As long as we come to the table as sinners before God, then we are accepted.  This is repentance.  The best example of such repentant faith, according to Jesus, is seen in “even infants,” for “the kingdom belongs to such as these” (Luke 18.15-17).

Adults who need to examine themselves need to examine if they are acting like the children in Christ who are the best examples of humble faith.

1 Cor 12.12-13 Unity Proven by Communion

2008 October 30

12 For just as the body is one and has many members, and all the members of the body, though many, are one body, so it is with Christ. 13 For in one Spirit we were all baptized into one body— Jews or Greeks, slaves or free—and all were made to drink of one Spirit. (1 Cor 12.12-13 ESV).

This 1 Cor 12 “drink of one spirit” I had not seen before Gallant pointed it out.  But, it appears that both Baptism and Communion are used as EVIDENCE of the singular body.  Universal participation proves universal equality spiritually.  This is VERY similar to the Galatians Baptism passage from yesterday.  And it is just the same as the earlier 1 Cor 10 passage, which focuses on the eating of the bread as opposed to the drinking:

1For I want you to know, brothers, that our fathers were all under the cloud, and all passed through the sea, 2and all were baptized into Moses in the cloud and in the sea, 3and all ate the same spiritual food, 4and all drank the same spiritual drink. For they drank from the spiritual Rock that followed them, and the Rock was Christ….17Because there is one bread, we who are many are one body, for we all partake of the one bread.  (1 Cor 10.1-4, 17 ESV)

Giving Children the Royal Treatment They Deserve

2008 October 29

Feed My Lambs

I wrote the following for my main personal blog based on a paragraph out of Doug Wilson’s writing in Chapter 1 of The Auburn Avenue Theology: Pros and Cons – Debating the Federal Vision.

Think of all the adult people you know at church.

Not just any long term visitor, but actual recognized members of the church. Now ask – do you treat these people like Christians? You have to treat them as Christians- unless you have enough proof to excommunicate them (declaring thus that they are not-faithfilled toward the Lord).

When an adult unbeliever converts – we baptize them, and afterwards everything we do toward them is with the normal assumption that they are Christians. BUT WAIT!, you say. Some of them will prove to be false.

You are right. But until they do, you base their treatment on their baptism; this is CLEAR:

For as many of you as were baptized into Christ have put on Christ.

(Gal 3.27)

In fact, Paul explicitly uses baptism of ALL church members to prove UNITY of all church members so that they have to treat each other equally; see the next verse.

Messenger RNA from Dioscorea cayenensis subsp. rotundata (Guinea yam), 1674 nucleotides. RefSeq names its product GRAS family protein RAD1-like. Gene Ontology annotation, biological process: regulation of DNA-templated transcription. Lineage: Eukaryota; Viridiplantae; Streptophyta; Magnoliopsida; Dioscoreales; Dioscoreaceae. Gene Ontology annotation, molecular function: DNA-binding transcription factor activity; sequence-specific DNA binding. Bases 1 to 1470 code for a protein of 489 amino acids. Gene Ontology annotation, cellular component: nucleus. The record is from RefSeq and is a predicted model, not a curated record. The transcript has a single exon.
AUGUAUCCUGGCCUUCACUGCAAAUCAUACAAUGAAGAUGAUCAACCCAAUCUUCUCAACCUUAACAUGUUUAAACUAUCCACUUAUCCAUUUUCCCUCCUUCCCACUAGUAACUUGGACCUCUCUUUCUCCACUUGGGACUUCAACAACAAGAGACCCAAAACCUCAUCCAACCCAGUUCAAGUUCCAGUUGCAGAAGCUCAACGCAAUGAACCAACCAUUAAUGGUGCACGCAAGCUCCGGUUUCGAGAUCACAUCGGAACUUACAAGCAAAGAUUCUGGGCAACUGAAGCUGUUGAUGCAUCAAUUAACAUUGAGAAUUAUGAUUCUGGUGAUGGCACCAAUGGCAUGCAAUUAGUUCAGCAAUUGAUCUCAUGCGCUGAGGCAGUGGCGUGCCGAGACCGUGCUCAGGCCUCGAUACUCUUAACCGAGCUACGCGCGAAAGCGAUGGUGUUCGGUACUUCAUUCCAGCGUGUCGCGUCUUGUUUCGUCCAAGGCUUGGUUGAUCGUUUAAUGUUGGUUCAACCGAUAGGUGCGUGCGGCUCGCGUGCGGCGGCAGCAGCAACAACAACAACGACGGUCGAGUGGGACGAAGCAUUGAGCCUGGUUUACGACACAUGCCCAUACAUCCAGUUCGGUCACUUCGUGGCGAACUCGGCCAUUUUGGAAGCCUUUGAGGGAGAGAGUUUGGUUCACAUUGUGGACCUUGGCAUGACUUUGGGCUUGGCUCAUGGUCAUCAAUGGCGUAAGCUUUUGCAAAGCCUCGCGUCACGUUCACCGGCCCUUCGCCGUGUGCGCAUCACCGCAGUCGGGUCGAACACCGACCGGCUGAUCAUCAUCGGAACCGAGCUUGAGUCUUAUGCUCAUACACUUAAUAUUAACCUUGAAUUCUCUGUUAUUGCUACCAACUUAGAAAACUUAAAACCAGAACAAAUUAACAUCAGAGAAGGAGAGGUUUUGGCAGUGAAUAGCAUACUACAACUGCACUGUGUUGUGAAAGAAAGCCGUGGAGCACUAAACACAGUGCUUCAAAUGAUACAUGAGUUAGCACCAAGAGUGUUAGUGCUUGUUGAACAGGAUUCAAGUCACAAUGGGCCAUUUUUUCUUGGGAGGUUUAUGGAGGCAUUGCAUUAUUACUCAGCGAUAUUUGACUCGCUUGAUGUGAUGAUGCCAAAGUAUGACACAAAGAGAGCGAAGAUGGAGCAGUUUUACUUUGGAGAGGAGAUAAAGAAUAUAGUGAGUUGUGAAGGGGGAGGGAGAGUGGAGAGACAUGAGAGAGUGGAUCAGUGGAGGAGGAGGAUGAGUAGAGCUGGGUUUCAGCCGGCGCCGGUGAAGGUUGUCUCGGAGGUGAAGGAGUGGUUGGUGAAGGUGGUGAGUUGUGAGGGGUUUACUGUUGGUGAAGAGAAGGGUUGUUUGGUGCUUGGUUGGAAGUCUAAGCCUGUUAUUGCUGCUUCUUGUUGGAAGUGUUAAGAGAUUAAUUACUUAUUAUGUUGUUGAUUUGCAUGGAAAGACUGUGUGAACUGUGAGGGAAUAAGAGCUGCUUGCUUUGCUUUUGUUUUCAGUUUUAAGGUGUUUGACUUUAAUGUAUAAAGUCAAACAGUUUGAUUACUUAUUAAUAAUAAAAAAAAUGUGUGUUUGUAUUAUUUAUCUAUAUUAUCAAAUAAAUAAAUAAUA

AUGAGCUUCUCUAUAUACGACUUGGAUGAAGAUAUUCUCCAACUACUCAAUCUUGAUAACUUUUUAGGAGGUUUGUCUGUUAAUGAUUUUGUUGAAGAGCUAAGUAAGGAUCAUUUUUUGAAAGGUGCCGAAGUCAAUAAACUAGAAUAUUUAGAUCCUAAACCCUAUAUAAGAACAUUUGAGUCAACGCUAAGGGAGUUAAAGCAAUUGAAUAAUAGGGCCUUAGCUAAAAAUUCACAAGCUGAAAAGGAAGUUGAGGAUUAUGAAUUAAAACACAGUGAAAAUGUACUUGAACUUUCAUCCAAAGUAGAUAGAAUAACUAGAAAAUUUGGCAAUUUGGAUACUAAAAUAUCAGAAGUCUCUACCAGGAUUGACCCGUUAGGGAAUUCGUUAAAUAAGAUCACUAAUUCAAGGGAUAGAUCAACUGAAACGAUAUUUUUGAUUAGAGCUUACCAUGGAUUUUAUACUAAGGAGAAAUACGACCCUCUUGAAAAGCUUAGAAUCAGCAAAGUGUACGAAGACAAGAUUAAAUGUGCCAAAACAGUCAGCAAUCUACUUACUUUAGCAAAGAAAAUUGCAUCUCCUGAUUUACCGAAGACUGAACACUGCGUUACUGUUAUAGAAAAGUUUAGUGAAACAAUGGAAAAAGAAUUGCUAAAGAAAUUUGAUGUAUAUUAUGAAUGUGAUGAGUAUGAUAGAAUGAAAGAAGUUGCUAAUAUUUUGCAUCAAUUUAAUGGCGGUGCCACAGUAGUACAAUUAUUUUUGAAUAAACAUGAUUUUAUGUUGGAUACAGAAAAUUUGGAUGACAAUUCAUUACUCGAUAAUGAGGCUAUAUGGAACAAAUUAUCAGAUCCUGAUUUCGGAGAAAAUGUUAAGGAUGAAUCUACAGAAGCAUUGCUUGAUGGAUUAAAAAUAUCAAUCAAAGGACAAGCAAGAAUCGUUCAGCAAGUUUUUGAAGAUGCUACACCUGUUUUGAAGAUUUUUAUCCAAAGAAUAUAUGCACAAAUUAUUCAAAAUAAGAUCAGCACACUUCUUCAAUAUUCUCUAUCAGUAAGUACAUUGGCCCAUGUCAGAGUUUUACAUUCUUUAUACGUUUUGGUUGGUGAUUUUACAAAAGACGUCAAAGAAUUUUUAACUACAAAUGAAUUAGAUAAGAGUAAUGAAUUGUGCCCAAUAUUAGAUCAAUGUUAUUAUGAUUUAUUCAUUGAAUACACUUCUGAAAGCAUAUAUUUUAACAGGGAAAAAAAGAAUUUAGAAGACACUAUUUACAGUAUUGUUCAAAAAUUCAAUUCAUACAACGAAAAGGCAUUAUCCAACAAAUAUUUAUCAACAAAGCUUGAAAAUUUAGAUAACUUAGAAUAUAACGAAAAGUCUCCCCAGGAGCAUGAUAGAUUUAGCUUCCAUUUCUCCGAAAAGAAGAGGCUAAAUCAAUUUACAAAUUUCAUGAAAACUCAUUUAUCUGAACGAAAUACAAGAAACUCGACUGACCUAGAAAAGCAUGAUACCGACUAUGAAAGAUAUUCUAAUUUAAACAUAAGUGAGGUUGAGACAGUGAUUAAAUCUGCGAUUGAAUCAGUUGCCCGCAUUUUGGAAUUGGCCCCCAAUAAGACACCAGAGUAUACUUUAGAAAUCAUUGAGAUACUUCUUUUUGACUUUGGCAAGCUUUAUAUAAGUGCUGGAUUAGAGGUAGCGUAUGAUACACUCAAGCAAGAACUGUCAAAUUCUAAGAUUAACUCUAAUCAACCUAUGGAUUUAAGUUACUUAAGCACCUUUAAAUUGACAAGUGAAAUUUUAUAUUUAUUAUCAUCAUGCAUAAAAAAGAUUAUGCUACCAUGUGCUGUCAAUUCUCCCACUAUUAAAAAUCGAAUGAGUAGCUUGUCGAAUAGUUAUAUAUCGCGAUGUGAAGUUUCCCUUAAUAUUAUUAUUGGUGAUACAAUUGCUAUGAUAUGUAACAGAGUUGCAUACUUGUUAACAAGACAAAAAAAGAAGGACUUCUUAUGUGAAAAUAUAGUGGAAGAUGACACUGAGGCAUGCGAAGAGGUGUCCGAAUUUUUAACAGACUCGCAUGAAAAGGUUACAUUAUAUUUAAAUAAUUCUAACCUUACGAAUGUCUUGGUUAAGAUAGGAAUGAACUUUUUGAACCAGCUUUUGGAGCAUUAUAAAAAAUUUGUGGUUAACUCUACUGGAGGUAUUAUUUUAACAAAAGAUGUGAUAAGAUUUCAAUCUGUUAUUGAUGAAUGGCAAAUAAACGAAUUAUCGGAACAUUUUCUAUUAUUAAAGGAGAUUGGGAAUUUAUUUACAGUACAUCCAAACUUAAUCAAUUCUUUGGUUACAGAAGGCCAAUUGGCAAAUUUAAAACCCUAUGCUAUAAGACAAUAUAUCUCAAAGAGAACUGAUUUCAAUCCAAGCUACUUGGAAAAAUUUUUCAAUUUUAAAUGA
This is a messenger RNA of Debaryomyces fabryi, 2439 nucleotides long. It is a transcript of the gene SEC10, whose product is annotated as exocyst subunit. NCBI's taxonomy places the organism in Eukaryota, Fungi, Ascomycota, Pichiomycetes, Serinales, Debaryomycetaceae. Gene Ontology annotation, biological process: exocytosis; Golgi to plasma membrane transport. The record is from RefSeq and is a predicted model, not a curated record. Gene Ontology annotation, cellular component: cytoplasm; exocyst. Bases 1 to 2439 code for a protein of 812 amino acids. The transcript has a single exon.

There is neither Jew nor Greek, there is neither slave nor free, there is no male and female, for you are all one in Christ Jesus.


They are all ONE if they are “in Christ.”

—–So how do we know a man is “in Christ”?

—–ANSWER: “All the baptized have put on [become part of] the Christ, so none of you can act superior.”

If we treat Christians as Christians, then until a person proves to be a dead branch IN JESUS that God will break off and throw into the fire (John 15.1-6), we must accept them as part of the church – they are IN JESUS. And we say to them along with all of God’s people: “Hear O Israel, Yhwh OUR God, Yhwh is one God” (Deut 6.4 – My rephrasing – not inaccurate).

Here is the big therefore:

Therefore, we must treat baptized children the same way. Like Christians. WAIT, the Kingdom can’t belong to those too young to believe?

Now they were bringing EVEN INFANTS to him that he might touch them. And when the disciples saw it, they rebuked them. But Jesus called them to him, saying, “Let the children come to me, and do not hinder them, for TO SUCH BELONGS THE KINGDOM OF GOD. Truly, I say to you, whoever does not RECEIVE THE KINGDOM LIKE A CHILD shall not enter it.”

(Luke 18.15-17)


In the biblical pattern, it isn’t just any random child, or every child, but the children of believers who are set apart for God through his covenant. (Gen 17, Ac 2.38-39, 1 Cor 7.13-15).

Will some of them leave the church? Yes, some will. But in the same way as there are some adults who leave even after profession and baptism and who seem to be believers.

But we expect all people who are covenant members to be believers.  And we should expect it, trusting God’s promise in Baptism: that the people of God, as a group are saved. So we say to everyone in the group – “You are saved.” Even the Infants.

Which is what we do in Baptism, AND the Lord’s Supper.


–All scripture referrences, unless otherwise noted, are English Standard Version, thanks to Bible Gateway.